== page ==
A RESURRECTION AT NAIN
Soon after healing the army officer’s servant, Jesus leaves Capernaum for Nain, a city over 20 miles (32 km) to the southwest. He is not alone. His disciples and a great crowd travel with him. It is likely toward evening when they approach the outskirts of Nain. There they encounter a considerable number of Jews in a funeral procession. The dead body of a young man is being carried out of the city for burial.
The most grief-stricken among them is the mother of the young man. She is a widow, and now her only child has died. When her husband died, at least she still had her beloved son with her. Imagine how close she must have felt to him, for her hopes and her security for the future were tied up with him. Now he too has died. Who is there left to provide her with company and support?
When Jesus sees this woman, his heart is touched by her extreme grief and the sadness of her situation. Tenderly and yet with assurance that imparts confidence, he tells her: “Stop weeping.” Yet, he does more. He approaches and touches the bier on which the body is being carried. (Luke 7:13, 14) His manner and actions are such that the mourning townspeople stop in their tracks. ‘What does he mean, and what is he going to do?’ many must wonder.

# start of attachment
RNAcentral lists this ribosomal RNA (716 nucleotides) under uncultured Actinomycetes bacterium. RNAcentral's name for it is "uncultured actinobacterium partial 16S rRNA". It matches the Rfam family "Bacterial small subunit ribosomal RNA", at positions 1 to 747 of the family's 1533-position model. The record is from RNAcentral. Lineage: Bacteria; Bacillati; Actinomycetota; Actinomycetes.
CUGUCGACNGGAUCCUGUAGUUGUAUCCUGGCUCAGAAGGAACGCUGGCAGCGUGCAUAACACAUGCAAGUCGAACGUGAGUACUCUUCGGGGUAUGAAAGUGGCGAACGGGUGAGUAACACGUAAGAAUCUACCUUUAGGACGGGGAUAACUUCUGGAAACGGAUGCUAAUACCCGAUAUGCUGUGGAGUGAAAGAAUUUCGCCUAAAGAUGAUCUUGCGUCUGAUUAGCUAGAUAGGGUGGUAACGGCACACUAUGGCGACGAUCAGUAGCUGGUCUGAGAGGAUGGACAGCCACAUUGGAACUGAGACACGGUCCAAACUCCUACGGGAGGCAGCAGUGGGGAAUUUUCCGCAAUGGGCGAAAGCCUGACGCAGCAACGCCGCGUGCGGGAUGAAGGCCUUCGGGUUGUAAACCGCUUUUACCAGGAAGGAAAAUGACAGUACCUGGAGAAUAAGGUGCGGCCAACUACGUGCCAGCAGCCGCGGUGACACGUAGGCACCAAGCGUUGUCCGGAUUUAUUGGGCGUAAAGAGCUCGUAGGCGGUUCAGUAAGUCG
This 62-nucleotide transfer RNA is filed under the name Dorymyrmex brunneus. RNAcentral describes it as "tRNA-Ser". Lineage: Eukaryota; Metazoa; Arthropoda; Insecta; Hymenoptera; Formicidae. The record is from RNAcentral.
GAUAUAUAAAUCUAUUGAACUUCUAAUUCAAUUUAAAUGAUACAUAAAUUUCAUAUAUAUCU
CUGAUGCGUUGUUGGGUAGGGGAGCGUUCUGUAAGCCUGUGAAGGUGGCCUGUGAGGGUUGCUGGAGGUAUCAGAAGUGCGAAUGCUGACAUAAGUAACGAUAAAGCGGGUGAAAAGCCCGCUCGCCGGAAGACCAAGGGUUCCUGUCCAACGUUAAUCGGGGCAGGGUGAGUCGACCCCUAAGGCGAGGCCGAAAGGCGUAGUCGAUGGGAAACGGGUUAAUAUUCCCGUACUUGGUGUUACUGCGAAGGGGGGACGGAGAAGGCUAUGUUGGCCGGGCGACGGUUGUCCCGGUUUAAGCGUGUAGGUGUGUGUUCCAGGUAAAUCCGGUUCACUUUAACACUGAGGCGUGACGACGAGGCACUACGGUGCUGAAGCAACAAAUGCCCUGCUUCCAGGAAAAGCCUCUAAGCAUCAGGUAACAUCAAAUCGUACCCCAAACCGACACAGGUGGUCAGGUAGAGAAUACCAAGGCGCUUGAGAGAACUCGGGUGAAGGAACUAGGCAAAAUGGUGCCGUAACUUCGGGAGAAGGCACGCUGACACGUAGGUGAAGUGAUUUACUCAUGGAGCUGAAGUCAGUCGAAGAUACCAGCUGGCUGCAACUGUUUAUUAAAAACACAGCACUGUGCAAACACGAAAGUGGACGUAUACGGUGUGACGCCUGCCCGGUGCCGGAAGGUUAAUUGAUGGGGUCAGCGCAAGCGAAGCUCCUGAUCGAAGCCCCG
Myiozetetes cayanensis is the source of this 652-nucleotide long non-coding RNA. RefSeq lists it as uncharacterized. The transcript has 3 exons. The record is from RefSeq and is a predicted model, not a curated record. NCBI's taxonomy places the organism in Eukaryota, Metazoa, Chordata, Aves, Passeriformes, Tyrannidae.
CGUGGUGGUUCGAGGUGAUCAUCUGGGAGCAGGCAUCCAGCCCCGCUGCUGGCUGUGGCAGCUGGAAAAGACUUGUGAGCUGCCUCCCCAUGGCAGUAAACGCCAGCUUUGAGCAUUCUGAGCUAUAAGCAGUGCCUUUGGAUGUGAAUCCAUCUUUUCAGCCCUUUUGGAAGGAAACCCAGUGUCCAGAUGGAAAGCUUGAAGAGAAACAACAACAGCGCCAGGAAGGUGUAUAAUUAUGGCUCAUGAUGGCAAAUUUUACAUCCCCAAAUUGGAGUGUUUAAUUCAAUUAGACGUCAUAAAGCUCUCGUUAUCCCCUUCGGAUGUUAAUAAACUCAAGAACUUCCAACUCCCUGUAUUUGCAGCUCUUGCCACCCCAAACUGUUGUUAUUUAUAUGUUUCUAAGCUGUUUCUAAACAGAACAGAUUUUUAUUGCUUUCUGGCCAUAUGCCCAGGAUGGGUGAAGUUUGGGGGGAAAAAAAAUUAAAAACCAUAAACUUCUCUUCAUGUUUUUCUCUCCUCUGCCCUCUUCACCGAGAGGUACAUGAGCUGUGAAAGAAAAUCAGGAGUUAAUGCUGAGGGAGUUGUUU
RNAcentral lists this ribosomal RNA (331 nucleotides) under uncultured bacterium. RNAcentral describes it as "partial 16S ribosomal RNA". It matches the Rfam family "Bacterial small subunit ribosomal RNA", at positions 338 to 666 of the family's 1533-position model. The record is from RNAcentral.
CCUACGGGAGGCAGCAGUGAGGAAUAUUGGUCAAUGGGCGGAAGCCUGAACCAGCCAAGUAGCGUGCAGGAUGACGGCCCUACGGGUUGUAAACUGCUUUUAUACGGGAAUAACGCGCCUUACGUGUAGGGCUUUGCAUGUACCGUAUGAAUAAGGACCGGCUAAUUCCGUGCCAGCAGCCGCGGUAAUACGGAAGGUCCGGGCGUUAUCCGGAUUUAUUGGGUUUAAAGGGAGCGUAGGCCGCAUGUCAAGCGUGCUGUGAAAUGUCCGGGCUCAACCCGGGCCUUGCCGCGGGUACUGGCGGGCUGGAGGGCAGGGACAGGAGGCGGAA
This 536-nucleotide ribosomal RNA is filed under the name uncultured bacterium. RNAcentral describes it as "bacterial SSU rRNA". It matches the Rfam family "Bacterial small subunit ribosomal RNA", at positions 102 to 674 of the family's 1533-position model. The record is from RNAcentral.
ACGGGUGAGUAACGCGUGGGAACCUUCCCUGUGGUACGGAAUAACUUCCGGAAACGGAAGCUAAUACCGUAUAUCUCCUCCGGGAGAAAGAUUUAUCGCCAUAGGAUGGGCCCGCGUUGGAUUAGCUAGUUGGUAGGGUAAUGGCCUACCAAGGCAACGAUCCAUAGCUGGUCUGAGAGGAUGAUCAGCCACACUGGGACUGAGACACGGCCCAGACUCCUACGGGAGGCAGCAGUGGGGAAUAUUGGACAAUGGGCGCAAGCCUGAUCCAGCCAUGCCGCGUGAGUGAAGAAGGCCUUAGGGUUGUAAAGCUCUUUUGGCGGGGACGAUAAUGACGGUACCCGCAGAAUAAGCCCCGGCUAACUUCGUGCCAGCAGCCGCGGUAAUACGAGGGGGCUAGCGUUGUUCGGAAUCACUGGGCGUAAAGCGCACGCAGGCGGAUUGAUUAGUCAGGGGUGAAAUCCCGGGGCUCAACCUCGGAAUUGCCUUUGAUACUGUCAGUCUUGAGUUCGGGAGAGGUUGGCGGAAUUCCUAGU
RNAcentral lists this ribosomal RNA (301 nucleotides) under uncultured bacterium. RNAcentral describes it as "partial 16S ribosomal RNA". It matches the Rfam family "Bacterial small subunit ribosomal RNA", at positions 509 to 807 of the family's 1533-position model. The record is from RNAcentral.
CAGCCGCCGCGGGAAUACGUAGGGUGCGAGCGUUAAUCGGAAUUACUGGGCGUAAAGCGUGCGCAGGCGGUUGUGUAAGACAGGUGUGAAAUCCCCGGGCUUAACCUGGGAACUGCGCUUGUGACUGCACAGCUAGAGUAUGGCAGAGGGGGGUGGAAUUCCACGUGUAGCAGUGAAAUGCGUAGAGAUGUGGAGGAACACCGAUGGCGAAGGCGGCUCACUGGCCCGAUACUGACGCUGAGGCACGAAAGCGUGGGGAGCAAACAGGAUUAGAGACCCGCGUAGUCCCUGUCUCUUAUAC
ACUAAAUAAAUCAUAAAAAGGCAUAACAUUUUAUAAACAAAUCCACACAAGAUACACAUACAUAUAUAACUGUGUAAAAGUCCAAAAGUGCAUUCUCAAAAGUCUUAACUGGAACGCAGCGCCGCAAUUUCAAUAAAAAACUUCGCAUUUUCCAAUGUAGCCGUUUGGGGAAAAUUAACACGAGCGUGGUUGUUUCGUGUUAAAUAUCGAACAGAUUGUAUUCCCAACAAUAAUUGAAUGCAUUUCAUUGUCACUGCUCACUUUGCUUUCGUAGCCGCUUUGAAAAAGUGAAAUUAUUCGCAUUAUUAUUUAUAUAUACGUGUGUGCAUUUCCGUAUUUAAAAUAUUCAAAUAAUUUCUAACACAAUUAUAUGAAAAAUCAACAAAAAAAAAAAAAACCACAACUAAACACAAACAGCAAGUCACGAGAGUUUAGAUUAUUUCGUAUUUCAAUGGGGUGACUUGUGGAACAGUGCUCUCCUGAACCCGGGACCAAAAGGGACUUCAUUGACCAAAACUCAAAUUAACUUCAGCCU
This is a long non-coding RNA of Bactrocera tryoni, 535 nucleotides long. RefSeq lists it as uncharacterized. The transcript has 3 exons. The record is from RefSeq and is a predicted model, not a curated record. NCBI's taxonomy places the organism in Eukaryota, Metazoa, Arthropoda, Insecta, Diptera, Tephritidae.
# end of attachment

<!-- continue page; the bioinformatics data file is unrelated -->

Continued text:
And what of those traveling with Jesus who have seen him perform powerful works, healing many diseases? They apparently have never seen Jesus resurrect anyone from the dead. Although resurrections did occur in the distant past, can Jesus do such a thing? (1 Kings 17:17-23; 2 Kings 4:32-37) Jesus gives the command: “Young man, I say to you, get up!” (Luke 7:14) And that happens. The man sits up and starts to speak! Jesus gives him to his shocked yet overjoyed mother. She is no longer alone.
When the people see that the young man truly is alive, they praise the Life-Giver, Jehovah, saying: “A great prophet has been raised up among us.” Others grasp the significance of Jesus’ wonderful deed, saying: “God has turned his attention to his people.” (Luke 7:16) The news of this amazing thing quickly spreads into the surrounding country and likely to Jesus’ hometown, Nazareth, some six miles (10 km) away. The report even spreads down south into Judea.
John the Baptist is still in prison, and he is very interested in the works that Jesus is able to perform. John’s disciples tell him about these miracles. How does he respond?